This transcript has been edited for clarity.
Andrew N. Wilner, MD: I’m your host, Dr. Andrew Wilner, reporting virtually from the 2023 American Academy of Neurology meeting in Boston. It’s my pleasure today to speak with Dr. Shae Datta, codirector of the NYU Langone Concussion Center.
She’s also a clinical assistant professor of neurology at NYU School of Medicine. Dr. Datta is chair of the AAN Sports Neurology Section, and she’s leading a panel on concussion at this year’s meeting. She’s going to give us an update. Welcome, Dr. Datta.
Shae Datta, MD: Thank you so much, Andrew. I really love the fact that I’m here speaking to you about all of the new, exciting developments in the field.
Dr. Wilner: Before we get too deep, tell us how you got interested in this topic.
Dr. Datta: I initially thought, when I was in training as a resident, that I wanted to do something like neurocritical care or EEG. It also puzzled me why these seemingly smaller head injuries that didn’t end up in the hospital or ICU were bounced from neurology headache clinic to neuro-ophthalmology headache clinic to neurovestibular headache clinic, and nobody seemed to be able to put together the dots about why they’re having so many different issues — but at the same time, nobody could help them.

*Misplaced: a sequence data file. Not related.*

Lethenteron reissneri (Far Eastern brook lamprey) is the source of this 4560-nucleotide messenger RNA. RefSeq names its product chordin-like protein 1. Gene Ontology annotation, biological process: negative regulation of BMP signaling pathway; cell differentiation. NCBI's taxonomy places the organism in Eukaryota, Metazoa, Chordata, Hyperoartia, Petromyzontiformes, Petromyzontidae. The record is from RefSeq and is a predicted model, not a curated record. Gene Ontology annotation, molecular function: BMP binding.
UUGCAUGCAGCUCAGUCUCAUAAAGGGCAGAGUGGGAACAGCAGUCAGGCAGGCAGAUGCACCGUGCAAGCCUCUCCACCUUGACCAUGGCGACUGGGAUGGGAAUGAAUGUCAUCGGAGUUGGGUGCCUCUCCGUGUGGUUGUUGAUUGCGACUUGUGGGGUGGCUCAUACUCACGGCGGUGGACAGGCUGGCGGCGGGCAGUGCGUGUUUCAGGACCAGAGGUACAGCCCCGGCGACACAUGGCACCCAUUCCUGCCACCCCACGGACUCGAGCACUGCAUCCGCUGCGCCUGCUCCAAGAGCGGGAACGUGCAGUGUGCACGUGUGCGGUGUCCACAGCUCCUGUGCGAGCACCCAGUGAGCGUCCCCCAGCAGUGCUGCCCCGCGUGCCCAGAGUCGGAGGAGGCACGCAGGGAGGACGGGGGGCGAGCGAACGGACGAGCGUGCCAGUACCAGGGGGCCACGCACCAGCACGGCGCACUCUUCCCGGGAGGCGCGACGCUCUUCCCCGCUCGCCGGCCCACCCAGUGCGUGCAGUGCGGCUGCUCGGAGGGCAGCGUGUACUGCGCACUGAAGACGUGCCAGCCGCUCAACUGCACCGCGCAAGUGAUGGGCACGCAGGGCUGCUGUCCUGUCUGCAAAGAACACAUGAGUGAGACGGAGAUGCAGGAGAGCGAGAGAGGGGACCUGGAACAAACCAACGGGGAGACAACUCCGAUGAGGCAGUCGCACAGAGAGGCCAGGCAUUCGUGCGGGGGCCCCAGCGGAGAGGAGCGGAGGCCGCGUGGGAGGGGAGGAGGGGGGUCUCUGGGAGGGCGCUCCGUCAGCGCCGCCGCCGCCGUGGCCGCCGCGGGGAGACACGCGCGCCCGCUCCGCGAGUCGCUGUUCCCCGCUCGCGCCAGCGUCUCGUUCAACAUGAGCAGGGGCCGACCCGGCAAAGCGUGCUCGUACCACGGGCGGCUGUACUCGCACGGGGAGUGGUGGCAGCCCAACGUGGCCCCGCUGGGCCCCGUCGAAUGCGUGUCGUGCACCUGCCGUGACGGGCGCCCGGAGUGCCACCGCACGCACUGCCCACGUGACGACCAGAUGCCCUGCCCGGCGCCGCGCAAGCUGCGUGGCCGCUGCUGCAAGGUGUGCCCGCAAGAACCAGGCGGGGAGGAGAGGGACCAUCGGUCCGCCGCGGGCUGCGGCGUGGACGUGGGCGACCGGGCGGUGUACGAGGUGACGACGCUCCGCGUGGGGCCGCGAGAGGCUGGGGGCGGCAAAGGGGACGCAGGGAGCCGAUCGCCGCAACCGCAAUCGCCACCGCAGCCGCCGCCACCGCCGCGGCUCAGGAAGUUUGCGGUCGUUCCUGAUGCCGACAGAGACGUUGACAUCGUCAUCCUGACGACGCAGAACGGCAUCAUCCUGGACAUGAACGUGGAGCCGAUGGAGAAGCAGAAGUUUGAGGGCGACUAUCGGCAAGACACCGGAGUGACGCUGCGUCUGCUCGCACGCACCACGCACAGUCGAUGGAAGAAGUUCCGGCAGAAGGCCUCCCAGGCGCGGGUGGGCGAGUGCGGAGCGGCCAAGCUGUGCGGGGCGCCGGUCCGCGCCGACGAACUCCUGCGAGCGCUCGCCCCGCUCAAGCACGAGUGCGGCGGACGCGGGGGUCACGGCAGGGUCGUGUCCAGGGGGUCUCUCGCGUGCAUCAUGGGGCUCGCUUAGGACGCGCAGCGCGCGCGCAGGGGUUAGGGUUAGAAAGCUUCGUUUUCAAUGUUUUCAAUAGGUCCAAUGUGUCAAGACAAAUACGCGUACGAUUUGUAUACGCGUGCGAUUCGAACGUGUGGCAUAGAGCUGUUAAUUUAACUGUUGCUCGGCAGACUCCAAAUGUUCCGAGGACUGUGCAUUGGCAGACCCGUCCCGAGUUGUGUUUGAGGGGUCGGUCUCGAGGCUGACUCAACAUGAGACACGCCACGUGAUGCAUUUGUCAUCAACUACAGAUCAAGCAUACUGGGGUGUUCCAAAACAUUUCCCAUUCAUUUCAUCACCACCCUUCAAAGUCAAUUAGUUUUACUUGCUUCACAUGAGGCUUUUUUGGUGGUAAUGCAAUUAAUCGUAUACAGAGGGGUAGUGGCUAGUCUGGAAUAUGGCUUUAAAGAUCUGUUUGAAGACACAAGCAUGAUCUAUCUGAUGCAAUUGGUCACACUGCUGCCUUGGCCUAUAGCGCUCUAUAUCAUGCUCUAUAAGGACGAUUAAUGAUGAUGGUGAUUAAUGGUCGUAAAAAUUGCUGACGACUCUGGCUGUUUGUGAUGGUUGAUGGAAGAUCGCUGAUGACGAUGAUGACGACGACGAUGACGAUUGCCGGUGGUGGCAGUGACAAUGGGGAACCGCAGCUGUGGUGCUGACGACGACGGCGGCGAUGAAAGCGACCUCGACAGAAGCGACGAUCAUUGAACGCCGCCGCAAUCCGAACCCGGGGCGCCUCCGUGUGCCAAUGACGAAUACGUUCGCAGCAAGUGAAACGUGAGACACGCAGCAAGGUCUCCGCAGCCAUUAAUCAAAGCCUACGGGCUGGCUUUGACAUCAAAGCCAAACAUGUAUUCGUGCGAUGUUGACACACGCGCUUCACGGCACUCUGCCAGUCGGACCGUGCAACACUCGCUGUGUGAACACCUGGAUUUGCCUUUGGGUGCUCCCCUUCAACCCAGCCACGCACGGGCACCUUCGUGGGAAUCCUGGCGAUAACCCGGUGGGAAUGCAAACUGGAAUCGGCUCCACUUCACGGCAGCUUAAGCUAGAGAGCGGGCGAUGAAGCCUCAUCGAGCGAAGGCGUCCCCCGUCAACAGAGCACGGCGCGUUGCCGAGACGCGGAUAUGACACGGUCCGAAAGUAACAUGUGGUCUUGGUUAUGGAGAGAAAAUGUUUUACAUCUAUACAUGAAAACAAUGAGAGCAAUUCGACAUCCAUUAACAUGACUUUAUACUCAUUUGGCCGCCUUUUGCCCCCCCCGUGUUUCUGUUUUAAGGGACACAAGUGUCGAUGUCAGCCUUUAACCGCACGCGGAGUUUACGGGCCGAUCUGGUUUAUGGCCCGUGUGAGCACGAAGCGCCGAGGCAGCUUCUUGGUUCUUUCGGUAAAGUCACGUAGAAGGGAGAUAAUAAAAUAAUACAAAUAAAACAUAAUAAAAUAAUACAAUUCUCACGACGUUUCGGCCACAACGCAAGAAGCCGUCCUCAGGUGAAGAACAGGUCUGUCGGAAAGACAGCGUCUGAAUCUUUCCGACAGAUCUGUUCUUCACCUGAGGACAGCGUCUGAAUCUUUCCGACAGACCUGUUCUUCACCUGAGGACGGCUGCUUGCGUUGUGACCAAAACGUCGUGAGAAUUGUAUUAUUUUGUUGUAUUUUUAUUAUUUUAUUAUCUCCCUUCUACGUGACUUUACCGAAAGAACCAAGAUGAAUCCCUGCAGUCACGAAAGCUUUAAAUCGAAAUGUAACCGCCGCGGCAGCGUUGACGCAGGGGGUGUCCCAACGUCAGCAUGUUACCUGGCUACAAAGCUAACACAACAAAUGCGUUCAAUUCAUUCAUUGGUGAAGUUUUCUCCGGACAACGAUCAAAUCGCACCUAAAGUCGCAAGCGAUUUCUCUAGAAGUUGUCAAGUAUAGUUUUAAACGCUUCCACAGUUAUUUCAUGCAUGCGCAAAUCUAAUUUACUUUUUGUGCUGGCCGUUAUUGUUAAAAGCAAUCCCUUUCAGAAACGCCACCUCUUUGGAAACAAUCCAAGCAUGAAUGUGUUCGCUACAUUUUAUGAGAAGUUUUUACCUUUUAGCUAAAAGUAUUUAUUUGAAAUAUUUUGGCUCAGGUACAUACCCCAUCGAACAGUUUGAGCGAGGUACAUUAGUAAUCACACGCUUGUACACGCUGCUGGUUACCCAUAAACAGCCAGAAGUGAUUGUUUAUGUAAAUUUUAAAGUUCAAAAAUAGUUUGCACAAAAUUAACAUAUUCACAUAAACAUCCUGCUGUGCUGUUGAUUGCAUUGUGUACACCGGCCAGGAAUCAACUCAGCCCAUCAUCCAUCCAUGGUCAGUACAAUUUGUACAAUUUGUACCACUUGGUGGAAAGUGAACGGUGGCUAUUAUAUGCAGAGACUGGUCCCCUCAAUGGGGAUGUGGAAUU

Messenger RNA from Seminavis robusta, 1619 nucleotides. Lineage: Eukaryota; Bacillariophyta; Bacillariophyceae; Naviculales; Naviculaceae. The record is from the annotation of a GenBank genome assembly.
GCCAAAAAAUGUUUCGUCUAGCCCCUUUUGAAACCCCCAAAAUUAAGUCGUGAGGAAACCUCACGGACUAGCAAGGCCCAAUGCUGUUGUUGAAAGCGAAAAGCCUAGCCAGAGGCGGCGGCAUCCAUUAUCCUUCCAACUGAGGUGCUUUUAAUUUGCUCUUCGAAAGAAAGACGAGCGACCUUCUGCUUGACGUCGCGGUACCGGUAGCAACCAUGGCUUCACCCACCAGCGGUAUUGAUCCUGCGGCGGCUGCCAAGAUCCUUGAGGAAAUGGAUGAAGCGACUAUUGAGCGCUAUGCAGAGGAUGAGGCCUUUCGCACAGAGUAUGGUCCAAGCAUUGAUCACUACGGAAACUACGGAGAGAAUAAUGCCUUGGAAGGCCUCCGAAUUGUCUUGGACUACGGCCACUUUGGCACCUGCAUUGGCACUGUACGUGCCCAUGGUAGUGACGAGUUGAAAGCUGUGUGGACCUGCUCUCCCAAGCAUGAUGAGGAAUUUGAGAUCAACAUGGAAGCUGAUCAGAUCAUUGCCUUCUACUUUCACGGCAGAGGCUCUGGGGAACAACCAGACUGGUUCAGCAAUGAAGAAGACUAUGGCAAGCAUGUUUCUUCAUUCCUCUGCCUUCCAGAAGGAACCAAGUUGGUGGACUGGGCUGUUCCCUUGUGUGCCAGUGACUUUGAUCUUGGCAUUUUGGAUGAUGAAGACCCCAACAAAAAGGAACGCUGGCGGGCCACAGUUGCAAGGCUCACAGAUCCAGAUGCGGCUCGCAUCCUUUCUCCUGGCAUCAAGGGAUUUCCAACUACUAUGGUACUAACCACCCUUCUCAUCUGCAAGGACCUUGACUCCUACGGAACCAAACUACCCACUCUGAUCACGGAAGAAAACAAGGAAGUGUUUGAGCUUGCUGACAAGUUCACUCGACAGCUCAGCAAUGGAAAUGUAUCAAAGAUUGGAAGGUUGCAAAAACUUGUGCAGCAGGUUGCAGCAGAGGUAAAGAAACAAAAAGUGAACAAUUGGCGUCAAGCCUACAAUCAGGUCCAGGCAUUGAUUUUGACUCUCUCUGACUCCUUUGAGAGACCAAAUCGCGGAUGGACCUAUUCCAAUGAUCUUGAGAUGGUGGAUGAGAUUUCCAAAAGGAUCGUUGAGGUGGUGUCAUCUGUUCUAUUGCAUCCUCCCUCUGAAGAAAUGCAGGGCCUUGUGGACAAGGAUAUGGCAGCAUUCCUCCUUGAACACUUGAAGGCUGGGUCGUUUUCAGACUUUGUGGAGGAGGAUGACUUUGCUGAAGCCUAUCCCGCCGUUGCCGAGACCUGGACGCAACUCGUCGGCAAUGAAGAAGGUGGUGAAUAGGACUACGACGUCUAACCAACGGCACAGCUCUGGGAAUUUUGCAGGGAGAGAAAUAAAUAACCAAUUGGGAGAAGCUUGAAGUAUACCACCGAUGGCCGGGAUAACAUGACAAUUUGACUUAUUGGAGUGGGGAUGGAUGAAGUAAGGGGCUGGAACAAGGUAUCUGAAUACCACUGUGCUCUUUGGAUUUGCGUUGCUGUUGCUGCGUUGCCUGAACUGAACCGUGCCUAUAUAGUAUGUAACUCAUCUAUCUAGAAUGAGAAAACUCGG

At that time, this field was very new. I was on a plane to Paris to a neurocritical care conference as a resident, and I saw the movie Concussion with Will Smith.
It featured one of my current mentors who taught at the fellowship that I graduated from, and it was a fascinating field. I just started looking deeply into it, and I saw that there was a new training fellowship for sports neurology and concussion management, and this is basically why we’re here today.
New concussion consensus guidelines coming
Dr. Wilner: I think this field has really exploded. It used to be that you banged your head, you did a CT scan – remember, I trained about 45 years ago – and if there was nothing on the CT scan, you were done. If you had headaches, you took Tylenol until they went away.
Now, we do MRI, and we realized that it’s really a syndrome. I understand that there are going to be some formal guidelines that have been put together. Is that correct?
Dr. Datta: That’s correct. The 6th International Consensus Conference on Concussion in Sport, in Amsterdam, where I attended and presented a poster, was really a meeting of all the best minds – clinicians and researchers in brain injury – to form a consensus on the newest guidelines that are going to direct our treatment going forward.
Dr. Wilner: I’m going to ask you a trick question because the last time I looked it up I did not get a satisfying answer. What is a concussion?
Dr. Datta: That’s a very good question, and everyone always asks. A concussion is an external force that is emitted upon the head or the neck, or the body, in general, that may cause temporary loss of function. It’s a functional problem.